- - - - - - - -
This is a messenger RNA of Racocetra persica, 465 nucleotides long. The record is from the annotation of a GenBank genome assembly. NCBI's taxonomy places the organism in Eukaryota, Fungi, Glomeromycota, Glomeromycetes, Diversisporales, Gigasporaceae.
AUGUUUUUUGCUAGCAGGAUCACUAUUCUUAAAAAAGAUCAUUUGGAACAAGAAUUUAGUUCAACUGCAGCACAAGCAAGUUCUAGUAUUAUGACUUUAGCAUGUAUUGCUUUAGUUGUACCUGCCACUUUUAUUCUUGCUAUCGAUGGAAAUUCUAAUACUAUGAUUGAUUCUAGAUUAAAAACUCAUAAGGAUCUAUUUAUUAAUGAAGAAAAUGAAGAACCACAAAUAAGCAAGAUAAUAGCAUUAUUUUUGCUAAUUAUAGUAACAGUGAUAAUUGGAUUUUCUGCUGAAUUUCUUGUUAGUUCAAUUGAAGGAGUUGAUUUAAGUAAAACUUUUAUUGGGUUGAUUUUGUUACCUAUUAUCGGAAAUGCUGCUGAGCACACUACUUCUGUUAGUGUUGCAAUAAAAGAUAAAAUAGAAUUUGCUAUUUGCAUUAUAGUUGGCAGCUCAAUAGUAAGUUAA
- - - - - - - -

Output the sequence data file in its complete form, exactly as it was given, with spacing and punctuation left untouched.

This is a messenger RNA of Racocetra persica, 465 nucleotides long. The record is from the annotation of a GenBank genome assembly. NCBI's taxonomy places the organism in Eukaryota, Fungi, Glomeromycota, Glomeromycetes, Diversisporales, Gigasporaceae.
AUGUUUUUUGCUAGCAGGAUCACUAUUCUUAAAAAAGAUCAUUUGGAACAAGAAUUUAGUUCAACUGCAGCACAAGCAAGUUCUAGUAUUAUGACUUUAGCAUGUAUUGCUUUAGUUGUACCUGCCACUUUUAUUCUUGCUAUCGAUGGAAAUUCUAAUACUAUGAUUGAUUCUAGAUUAAAAACUCAUAAGGAUCUAUUUAUUAAUGAAGAAAAUGAAGAACCACAAAUAAGCAAGAUAAUAGCAUUAUUUUUGCUAAUUAUAGUAACAGUGAUAAUUGGAUUUUCUGCUGAAUUUCUUGUUAGUUCAAUUGAAGGAGUUGAUUUAAGUAAAACUUUUAUUGGGUUGAUUUUGUUACCUAUUAUCGGAAAUGCUGCUGAGCACACUACUUCUGUUAGUGUUGCAAUAAAAGAUAAAAUAGAAUUUGCUAUUUGCAUUAUAGUUGGCAGCUCAAUAGUAAGUUAA